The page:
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Why is Functional Programming Important in Healthcare?

by Jamie Cook | July 16, 2020

A good plan is like a road map; it shows the final destination and the best way to get there. The same can be said about a functional program.

A functional program is a detailed, multi-purpose document that serves as an interface between a physical space and the activities, programs and services the space will support. It reduces risks such as scope creep by working through and capturing all of the metrics to be provided in the final state.

For example, imagine you are working on a hospital expansion that requires several existing departments to relocate to another area of the hospital. A functional program will document each component of those relocations, and the relationships between them. The functional program will also reference smaller operational details such as where the mail for each department will be redirected, where linen will now be stored, and whether existing telephone extensions can be retained. These details are minor – but necessary – items that might otherwise get overlooked and cause project delays or operational confusion further on in the project.

It’s all in the details

In essence, functional programs detail all the human, technical and building resources needed for services to function optimally in a refurbished, expanded or newly created space.

In a healthcare environment, human details refer to the clinical or support staff working within a space and how they flow through it while they work. The functional program will include a workflow diagram illustrating staff movement from the nursing station to patient rooms, waiting areas to reception, etc. and the efficiencies that could be applied. Through the process of creating the Functional Program, the future state is envisioned and developed, and can be quite different from the current state.

Human details also include clients or patients and how they transition or move within the space during an appointment.

Human details also include clients/patients and how they transition or move within the space during an appointment. A functional program will include diagrams illustrating client/patient transport from an Emergency Department, for example, to a unit/clinic area, as well as how materials flow to and from the unit/clinic area.

The technical details are the regulations and applied space standards that the design should adhere to. The functional program will also describe the equipment required for the space and state the regulations that must be followed, such as Infection, Prevention and Control (IPAC), provincial accessibility standards, and CSA Z8000-18 for healthcare facility design.

The building resources are a combination of the physical space that will be used, the structural, mechanical and electrical requirements that are informed by CSA Z8000-18, and how this new project will impact the current building infrastructure.

In addition, a functional program describes the linkages between program/service elements and costs by using the above information to develop a preliminary operational management plan (e.g. staff and facility) and budgets for each unit or clinic area and the overall operational cost impact.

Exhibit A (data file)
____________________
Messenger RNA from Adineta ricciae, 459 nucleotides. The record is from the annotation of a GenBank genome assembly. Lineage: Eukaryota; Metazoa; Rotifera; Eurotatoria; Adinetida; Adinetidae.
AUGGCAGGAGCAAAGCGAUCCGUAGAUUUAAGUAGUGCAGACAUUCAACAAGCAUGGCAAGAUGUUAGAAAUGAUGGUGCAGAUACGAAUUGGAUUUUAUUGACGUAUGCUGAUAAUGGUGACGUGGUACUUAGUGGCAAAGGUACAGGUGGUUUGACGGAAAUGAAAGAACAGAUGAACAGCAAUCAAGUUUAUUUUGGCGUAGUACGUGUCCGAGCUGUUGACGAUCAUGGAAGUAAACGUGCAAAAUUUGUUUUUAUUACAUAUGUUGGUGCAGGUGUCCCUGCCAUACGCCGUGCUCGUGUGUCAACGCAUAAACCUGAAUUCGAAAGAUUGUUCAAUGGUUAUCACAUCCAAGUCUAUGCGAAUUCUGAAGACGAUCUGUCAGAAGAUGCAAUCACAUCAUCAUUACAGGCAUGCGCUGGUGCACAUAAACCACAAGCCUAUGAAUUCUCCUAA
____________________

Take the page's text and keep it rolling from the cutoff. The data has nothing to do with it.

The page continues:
A functional program generally consists of the following:

  • Assumptions
  • Scope of program and service elements
  • Objectives to be achieved
  • Projected workload
  • Projected staffing
  • Operational workflow and procedures
  • Design and spatial considerations
  • Functional relationships
  • Space list
Functional program 3

When are functional programs used?

A functional program is usually mandated by a provincial health ministry/authority before a healthcare organization can receive project approval and/or capital funding. While functional programs are not typical in non-government funded projects, they arguably should be, as it’s important for projects with any complexity to have a proper and well thought out plan. This is where a functional program becomes an asset.

The process of developing the functional program brings together all the multidisciplinary groups that will function within the new space.

For non-government funded projects, a functional program can be the difference between executive leadership or board support or the project being cancelled. It serves as a business case of sorts, with extra details regarding the impact on spaces, operations and other resources. When done properly, the exercise of developing the functional program brings together all the multidisciplinary groups that will function within the new space. These groups are internal stakeholders from all areas of the organization including clinical directors, program managers, frontline staff and support services (e.g. facilities, IT, environmental services, etc.).

Bringing these groups together in the development of the functional program ensures that the future state is fulsome and improves upon the current state. It also leverages the expert knowledge of these groups, helping departments to justify the project scope and to secure annual operational funding and additional resources for the services/programs being proposed.

A functional program is the blueprint for project design because it provides instruction to the architectural and engineering teams for the preparation of design documentation and is a roadmap for the future. If a project doesn’t have a functional program or a well thought out plan there is a potential impact to the scope, schedule, budget and other unforeseen risks.